Page tree
Skip to end of metadata
Go to start of metadata

Putting Voice to Power

At The Dark End of the Street: Black Women, Rape and Resistance--A New History of the Civil Rights Movement From Rosa Parks to the Rise of Black Power, Danielle McGuire

The Rape of Recy Taylor

Recy Taylor, violada y ignorada

Film director of The Rape of Recy Taylor/Crystal Feimster

The Joan Little Case

Hidden Pattern of Rape Helped Stir The Civil Rights Movement

Rosa Parks Rape Essay·



Incidents in the Life of A Slave Girl by Harriet Jacobs, (aka Linda Brent)

All the Women Are White, All the Blacks Are Men But Some of Us Are Brave: Black Women's Studies 

Patricia Bell Scott, Gloria T. Hull and Barbara Smith

Southern Horrors: Women and the Politics of Rape and Lynching, Crystal Feimster

African American Suffrageists

 The Montgomery Bus Boycott and the Women Who Started It, edited by David J. Garrow

Sexual Harassment Law Was Shaped by the Battles of Black Women

Our current sexual harassment laws were created on the backs of black women fighting horrific mistreatment.

Before Rosa Parks There Was Claudette Colvin

Drunk History: Claudette Colvin and Rosa Parks

The Rebellious Life of Rosa Parks

Ella Baker & The Black Freedom Movement, Barbara Ransby


Cohambee River Collective (Audre Lorde, Chirlane McCray, First Lady of NYC were members)

The origin and meaning of the term “identity politics”. Essential reading for building authentic, intersectional movements,

“Our politics initially sprang from the shared belief that Black women are inherently valuable, that our liberation is a necessity not as an adjunct to somebody else's may because of our need as human persons for autonomy. This may seem so obvious as to sound simplistic, but it is apparent that no other ostensibly progressive movement has ever considered our specific oppression as a priority or worked seriously for the ending of that oppression.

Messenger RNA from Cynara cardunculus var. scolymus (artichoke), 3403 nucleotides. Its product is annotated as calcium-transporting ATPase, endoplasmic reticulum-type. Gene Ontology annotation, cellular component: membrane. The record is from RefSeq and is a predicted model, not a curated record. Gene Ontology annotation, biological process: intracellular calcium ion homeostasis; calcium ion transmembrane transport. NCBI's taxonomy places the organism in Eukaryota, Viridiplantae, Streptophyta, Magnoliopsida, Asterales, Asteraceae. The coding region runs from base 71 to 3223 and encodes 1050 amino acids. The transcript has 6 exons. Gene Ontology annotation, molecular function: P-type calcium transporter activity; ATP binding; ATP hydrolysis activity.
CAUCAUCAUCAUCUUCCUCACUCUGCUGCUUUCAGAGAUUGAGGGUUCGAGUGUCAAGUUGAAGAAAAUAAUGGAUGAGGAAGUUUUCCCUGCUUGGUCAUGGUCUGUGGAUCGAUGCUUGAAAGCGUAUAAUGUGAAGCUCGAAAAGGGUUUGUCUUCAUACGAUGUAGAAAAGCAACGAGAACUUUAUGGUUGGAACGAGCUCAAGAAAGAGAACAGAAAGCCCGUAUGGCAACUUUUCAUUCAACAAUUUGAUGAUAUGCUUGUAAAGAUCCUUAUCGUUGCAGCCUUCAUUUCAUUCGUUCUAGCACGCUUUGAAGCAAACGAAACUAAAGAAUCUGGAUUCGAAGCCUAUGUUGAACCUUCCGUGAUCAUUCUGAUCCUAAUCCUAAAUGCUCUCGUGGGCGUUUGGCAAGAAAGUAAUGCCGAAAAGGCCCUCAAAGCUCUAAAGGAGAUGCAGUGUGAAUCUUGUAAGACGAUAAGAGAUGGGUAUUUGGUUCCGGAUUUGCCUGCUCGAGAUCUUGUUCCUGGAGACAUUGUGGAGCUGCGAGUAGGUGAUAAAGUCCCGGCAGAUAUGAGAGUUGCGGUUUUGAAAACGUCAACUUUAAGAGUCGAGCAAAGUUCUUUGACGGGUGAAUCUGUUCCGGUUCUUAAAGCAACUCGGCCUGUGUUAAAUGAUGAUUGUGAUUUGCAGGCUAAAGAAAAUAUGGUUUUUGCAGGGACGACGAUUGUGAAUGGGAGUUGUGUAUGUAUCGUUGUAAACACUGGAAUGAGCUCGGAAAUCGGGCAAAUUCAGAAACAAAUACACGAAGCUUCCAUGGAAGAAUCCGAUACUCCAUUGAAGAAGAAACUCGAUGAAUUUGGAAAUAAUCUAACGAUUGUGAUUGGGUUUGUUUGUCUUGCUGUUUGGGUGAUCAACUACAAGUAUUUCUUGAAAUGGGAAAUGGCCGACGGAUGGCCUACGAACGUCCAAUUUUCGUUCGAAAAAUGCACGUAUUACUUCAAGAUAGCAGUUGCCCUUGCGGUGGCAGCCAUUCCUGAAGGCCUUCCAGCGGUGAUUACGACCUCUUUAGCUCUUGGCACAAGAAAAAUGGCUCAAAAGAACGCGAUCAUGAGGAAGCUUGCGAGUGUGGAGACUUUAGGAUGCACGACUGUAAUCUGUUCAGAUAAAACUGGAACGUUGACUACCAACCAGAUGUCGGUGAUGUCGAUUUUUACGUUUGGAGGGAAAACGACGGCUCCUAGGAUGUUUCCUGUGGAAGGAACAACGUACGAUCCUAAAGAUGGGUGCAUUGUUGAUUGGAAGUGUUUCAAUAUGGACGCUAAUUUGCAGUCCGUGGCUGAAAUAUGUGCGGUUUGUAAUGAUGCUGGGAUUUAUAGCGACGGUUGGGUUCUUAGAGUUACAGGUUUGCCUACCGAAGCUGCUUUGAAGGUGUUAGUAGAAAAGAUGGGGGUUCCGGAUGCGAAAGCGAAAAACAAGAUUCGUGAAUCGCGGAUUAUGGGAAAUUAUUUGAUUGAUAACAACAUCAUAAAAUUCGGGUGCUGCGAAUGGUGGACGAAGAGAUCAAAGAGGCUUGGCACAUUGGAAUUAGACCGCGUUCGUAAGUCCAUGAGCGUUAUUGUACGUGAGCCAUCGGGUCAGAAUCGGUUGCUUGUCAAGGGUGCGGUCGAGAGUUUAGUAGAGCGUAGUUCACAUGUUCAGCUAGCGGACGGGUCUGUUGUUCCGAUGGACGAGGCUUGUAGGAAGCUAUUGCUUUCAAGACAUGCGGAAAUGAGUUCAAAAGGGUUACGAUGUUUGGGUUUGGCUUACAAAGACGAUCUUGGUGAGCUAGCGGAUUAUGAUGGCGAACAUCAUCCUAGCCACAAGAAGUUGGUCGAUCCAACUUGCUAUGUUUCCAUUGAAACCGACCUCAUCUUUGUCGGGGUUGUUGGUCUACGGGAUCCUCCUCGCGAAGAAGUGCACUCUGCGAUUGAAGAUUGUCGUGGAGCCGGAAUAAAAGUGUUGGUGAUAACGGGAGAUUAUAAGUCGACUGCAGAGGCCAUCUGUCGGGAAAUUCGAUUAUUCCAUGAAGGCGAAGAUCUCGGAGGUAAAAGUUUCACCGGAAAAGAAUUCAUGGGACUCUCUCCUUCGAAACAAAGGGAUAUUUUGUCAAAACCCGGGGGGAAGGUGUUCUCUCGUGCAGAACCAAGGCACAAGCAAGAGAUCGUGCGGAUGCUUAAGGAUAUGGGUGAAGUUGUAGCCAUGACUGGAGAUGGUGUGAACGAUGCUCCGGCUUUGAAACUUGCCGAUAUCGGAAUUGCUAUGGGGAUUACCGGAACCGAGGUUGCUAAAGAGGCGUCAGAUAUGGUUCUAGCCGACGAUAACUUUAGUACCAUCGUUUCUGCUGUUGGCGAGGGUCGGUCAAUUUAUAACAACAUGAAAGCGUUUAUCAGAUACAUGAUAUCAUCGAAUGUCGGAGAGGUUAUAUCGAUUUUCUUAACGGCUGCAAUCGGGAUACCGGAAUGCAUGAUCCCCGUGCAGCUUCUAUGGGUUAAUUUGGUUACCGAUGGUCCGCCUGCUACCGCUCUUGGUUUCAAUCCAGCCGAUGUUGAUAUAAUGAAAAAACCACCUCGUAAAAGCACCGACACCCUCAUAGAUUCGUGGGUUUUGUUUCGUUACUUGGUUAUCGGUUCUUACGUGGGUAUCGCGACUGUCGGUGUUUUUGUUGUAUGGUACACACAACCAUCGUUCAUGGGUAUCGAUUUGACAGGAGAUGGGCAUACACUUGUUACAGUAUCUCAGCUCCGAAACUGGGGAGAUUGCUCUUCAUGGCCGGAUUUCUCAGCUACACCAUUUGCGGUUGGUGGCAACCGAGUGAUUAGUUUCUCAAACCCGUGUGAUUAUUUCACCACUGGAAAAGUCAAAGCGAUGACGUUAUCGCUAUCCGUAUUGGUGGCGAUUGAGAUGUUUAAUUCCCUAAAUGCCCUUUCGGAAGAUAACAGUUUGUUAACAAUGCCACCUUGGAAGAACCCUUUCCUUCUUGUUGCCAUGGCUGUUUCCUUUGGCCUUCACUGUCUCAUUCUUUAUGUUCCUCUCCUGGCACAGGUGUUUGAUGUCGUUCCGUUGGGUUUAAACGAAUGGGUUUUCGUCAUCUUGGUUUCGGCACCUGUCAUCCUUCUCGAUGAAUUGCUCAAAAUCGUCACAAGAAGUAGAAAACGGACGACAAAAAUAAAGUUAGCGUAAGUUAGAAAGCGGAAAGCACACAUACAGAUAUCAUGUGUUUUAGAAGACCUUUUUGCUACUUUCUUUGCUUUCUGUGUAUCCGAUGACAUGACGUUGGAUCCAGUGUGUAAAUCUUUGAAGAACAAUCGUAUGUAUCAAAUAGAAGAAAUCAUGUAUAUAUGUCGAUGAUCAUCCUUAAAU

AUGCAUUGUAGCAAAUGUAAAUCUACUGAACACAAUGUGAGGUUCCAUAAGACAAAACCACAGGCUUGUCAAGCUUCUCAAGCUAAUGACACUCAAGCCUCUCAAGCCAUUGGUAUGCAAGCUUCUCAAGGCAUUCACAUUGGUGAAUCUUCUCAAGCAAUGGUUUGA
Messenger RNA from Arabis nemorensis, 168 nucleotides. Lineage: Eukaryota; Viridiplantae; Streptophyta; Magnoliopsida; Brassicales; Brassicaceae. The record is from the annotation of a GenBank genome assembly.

This focusing upon our own oppression is embodied in the concept of identity politics. We believe that the most profound and potentially most radical politics come directly out of our own identity, as opposed to working to end somebody else's oppression. In the case of Black women this is a particularly repugnant, dangerous, threatening, and therefore revolutionary concept because it is obvious from looking at all the political movements that have preceded us that anyone is more worthy of liberation than ourselves. We reject pedestals, queenhood, and walking ten paces behind. To be recognized as human, levelly human, is enough.”

What Liberals Get Wrong About Identity Politics

Home Girls: A Black Feminist Anthology, Barbara Smith

Keeanga-Yamahtta Taylor, How We Get Free: Black Feminism and the Cohambee River Collective

Democracy Now! Interview Part I (The DNC and Sanders)

Part II (How We Get Free) Creating a synthesized plan of action for liberation

3 Unsung Feminist Civil Rights Leaders

#MeToo founder Tarana Burke

The Origin of Me Too

Fannie Lou Hamer

Strategy and organizing

Mississippi Freedom Democratic Party

Black Women Organizing History

Fannie Lou Hamer, "Until I Am Free, You Are Not Free Either"

Fannie Lou Hamer Runs For Congress

Ella Baker; “Making The Struggle Everyday”

Ella Baker, “The Voice That Says Life is More Sacred Than Property Must Be Heard”

The Ella Baker Center

How We Get Free, Keeanga-Yamahtta Taylor

Sister Citizen; Shame, Stereotypes and Black Women in America, Melissa Harris Perry

The Next Civil Rights Movement

Current Black Activists

Civil Rights Movement Veterans

Veterans of Hope

KWL Chart

  • No labels